Bookmark   December 15, 2009 at 3:46PM
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brickeyee

"...my garage is in the rear of the home."

If the garage is attached to the house you just need a new 240 V, 50 A branch circuit.

If the garage is detached, you need a sub panel since you can only have one circuit to a detached building without a sub-panel.

    Bookmark   December 15, 2009 at 4:49PM
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bigbird_1

Sounds like the OP has an attached garage at the rear of his home.

    Bookmark   December 15, 2009 at 6:24PM
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Ron Natalie

I agree with BB, since he already has apparently multiple circuits out there.

    Bookmark   December 16, 2009 at 7:49AM
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brickeyee

"I agree with BB, since he already has apparently multiple circuits out there."

A MWBC could be in use, but I would never take the presence of more than one circuit to indicate attached.

There are plenty of uninspected installations in violation already.

    Bookmark   December 16, 2009 at 8:52AM
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zaapped

Thanks for the reply's to all...Yes my garage is attached and part of the home. It's just one of those that is in the rear with a driveway that runs down the side of the home. The breaker panel was installed in the front/side of the home opposite of the garage.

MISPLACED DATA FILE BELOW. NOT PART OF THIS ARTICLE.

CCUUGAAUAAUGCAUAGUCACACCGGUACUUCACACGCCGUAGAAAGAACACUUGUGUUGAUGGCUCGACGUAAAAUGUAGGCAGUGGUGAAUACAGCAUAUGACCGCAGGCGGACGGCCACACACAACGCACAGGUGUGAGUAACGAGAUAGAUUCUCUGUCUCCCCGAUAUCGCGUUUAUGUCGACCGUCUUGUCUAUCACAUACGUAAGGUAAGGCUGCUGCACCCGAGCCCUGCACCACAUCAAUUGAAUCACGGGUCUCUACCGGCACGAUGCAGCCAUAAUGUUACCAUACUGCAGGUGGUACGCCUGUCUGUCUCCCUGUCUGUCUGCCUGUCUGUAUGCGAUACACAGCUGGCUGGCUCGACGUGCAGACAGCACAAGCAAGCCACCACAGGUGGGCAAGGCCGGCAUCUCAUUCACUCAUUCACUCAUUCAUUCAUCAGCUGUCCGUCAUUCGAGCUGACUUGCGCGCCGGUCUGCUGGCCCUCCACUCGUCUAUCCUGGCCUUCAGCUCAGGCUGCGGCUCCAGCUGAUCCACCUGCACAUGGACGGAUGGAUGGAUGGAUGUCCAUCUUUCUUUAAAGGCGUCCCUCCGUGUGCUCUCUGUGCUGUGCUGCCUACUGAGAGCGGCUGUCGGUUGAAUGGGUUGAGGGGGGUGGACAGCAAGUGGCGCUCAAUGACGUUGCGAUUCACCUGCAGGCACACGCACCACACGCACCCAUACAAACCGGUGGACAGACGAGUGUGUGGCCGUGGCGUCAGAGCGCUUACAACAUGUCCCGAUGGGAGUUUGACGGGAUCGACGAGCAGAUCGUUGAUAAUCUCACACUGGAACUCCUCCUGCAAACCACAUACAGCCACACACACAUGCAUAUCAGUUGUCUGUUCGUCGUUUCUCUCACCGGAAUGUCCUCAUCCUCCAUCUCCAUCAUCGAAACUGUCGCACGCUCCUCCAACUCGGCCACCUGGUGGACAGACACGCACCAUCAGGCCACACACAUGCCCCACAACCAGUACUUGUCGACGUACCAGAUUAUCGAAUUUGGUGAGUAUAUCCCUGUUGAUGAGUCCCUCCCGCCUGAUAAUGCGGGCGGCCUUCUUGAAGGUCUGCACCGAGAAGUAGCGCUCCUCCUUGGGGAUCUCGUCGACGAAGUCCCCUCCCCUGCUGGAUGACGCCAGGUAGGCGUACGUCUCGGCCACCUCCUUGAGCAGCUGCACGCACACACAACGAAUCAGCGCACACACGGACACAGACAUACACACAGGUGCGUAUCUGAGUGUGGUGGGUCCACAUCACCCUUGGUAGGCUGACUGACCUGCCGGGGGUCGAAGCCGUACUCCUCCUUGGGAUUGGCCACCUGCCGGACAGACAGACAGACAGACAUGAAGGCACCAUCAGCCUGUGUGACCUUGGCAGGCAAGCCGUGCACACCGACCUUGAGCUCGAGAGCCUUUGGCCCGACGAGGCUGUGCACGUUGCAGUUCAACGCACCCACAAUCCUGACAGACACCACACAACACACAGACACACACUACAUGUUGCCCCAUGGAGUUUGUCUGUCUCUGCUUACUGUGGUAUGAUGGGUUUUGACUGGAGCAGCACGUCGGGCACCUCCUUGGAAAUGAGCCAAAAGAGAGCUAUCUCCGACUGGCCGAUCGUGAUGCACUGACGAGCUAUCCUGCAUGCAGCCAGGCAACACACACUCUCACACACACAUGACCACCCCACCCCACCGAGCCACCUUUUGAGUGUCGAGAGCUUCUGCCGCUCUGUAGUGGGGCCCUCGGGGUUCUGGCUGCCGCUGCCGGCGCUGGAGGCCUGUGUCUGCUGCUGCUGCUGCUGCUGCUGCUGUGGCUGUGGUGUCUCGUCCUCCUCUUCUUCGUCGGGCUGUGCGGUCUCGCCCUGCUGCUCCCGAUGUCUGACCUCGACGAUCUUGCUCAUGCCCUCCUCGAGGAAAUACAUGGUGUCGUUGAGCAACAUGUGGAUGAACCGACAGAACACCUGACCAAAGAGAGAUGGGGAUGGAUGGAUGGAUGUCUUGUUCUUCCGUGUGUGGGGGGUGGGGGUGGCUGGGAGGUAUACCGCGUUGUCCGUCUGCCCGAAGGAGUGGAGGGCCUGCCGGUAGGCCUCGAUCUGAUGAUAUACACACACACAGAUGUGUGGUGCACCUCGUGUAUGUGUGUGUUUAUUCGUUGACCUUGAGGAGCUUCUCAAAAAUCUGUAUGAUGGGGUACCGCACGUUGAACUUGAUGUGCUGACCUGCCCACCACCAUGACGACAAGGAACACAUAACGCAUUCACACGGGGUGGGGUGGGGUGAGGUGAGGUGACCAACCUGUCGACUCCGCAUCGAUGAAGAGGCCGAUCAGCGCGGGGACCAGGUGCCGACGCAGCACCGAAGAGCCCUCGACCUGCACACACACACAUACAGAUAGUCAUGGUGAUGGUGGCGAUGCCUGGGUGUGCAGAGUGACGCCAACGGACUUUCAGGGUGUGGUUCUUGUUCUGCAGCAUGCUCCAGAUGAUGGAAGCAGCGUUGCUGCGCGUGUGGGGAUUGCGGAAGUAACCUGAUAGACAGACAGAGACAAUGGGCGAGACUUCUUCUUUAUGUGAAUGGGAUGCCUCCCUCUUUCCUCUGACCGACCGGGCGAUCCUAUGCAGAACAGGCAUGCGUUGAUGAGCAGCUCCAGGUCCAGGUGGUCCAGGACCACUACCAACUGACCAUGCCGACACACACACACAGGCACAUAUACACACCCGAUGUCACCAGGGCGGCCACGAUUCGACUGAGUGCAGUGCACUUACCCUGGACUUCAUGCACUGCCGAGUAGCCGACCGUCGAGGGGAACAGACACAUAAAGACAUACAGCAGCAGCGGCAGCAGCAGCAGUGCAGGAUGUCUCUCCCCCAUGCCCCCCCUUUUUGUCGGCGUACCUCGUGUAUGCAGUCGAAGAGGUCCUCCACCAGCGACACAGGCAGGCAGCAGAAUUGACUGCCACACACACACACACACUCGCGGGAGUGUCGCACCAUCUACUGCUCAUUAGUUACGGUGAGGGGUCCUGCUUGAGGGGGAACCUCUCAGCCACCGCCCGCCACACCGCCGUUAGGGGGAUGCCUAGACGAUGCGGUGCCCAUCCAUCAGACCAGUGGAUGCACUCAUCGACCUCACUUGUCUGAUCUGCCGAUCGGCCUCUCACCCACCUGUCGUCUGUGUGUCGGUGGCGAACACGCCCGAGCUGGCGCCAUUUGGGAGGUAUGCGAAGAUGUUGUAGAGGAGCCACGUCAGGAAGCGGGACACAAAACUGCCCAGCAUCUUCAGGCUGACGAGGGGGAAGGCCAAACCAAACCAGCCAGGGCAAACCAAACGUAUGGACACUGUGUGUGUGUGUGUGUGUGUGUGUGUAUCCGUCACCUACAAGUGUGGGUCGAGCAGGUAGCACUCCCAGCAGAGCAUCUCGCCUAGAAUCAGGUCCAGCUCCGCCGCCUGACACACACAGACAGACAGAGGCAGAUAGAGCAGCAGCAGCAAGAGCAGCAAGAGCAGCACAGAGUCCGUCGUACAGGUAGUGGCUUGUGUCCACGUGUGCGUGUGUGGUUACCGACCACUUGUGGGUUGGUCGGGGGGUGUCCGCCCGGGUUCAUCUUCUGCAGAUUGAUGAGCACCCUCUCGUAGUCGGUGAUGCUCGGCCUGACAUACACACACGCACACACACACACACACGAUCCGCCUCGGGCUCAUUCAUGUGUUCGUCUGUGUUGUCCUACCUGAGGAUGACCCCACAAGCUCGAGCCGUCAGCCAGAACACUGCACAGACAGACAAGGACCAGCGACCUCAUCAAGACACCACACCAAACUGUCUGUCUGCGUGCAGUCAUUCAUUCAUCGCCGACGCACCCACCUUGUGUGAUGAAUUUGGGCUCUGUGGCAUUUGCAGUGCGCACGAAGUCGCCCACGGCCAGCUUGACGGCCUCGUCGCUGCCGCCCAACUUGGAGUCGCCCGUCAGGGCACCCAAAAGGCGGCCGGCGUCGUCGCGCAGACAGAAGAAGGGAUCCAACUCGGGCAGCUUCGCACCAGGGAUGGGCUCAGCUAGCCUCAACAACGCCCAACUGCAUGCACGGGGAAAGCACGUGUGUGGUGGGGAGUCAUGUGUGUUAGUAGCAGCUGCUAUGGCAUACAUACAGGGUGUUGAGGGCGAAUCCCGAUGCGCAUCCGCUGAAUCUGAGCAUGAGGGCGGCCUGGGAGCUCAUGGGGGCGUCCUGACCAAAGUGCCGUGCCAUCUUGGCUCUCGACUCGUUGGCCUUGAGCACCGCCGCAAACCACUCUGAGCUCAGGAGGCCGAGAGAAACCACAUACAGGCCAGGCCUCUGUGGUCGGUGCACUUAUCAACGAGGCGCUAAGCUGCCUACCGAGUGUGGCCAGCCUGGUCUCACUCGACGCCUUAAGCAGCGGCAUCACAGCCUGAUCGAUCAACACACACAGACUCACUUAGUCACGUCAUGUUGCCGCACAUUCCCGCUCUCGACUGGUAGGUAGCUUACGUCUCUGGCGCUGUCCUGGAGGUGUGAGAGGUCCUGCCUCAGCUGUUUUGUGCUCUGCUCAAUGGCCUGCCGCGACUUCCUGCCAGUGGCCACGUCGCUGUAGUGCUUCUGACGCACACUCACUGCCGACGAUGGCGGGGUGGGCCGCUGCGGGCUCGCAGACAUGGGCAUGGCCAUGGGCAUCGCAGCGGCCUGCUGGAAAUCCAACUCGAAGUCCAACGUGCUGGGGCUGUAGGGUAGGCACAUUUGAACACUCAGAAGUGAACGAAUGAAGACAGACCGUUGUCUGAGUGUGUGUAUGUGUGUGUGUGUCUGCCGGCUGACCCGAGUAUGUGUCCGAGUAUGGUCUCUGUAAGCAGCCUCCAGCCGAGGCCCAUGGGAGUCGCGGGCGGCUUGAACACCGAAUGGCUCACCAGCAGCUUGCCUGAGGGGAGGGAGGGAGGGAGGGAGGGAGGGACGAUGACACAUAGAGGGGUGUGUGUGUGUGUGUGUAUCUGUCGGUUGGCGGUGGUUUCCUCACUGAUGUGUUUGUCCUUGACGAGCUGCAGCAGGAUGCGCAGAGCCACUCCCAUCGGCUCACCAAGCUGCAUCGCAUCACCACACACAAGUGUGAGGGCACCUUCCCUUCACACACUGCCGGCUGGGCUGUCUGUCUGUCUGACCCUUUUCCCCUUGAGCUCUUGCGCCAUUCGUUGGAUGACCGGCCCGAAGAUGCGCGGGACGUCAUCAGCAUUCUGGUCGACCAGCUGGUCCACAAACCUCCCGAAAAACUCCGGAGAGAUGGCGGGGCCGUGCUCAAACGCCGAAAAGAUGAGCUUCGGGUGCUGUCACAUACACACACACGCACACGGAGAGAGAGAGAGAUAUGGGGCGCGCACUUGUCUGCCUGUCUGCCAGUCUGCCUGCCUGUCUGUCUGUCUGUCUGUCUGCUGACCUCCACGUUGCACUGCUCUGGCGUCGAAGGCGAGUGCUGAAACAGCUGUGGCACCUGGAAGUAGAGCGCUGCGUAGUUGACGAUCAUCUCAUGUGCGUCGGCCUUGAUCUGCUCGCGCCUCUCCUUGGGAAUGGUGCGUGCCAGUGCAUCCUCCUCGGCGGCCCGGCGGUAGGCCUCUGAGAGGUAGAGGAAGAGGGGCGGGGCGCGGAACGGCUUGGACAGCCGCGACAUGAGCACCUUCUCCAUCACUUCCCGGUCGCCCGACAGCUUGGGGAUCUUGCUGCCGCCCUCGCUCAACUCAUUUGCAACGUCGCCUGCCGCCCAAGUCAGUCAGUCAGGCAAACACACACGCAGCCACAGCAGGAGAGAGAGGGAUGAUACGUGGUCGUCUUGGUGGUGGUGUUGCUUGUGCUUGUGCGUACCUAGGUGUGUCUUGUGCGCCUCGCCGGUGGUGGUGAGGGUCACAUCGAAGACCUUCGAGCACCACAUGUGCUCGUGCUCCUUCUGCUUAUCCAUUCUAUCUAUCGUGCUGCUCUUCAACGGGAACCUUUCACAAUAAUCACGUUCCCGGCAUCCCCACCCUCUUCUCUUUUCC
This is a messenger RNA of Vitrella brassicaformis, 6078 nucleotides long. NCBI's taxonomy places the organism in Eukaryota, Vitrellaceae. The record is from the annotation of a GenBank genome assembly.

Bookmark   December 16, 2009 at 11:56PM
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dickross

I have a detached garage. The main (only) breaker panel is in the garage. Is my house a detached building? do I need a subpanel in my house?

    Bookmark   December 20, 2009 at 9:07PM
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pharkus

Umm... (re-reads a few more times) yes.

Are you saying your breaker box is in... the garage... which is NOT attached to your house... but your house still has multiple circuits, attached to multiple breakers... in the garage... ?

That's... weird, at best, and I'm pretty sure it's not legal.

Yes, I HAVE seen a main panel in a garage feeding a subpanel in the house. Not quite "common" but not unusual up here. Quite often the "house" is a mobile home that became permanent.

    Bookmark   December 21, 2009 at 12:56AM
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informative

I am more of a welding expert than an electrician. I bought an old steampunk 220v arcwelder (Lincoln IdealArc 250 its like 60 years old and the manual says it is 50 amp). Truth be told it is really more like 43 amp max and I simply plugged it into my 30 amp dryer outlet and haven't popped the circuit breaker once with it ever. So yeah get an electrician to throw you a basic 30 or 40 amp 220 outlet and you ought to be fine.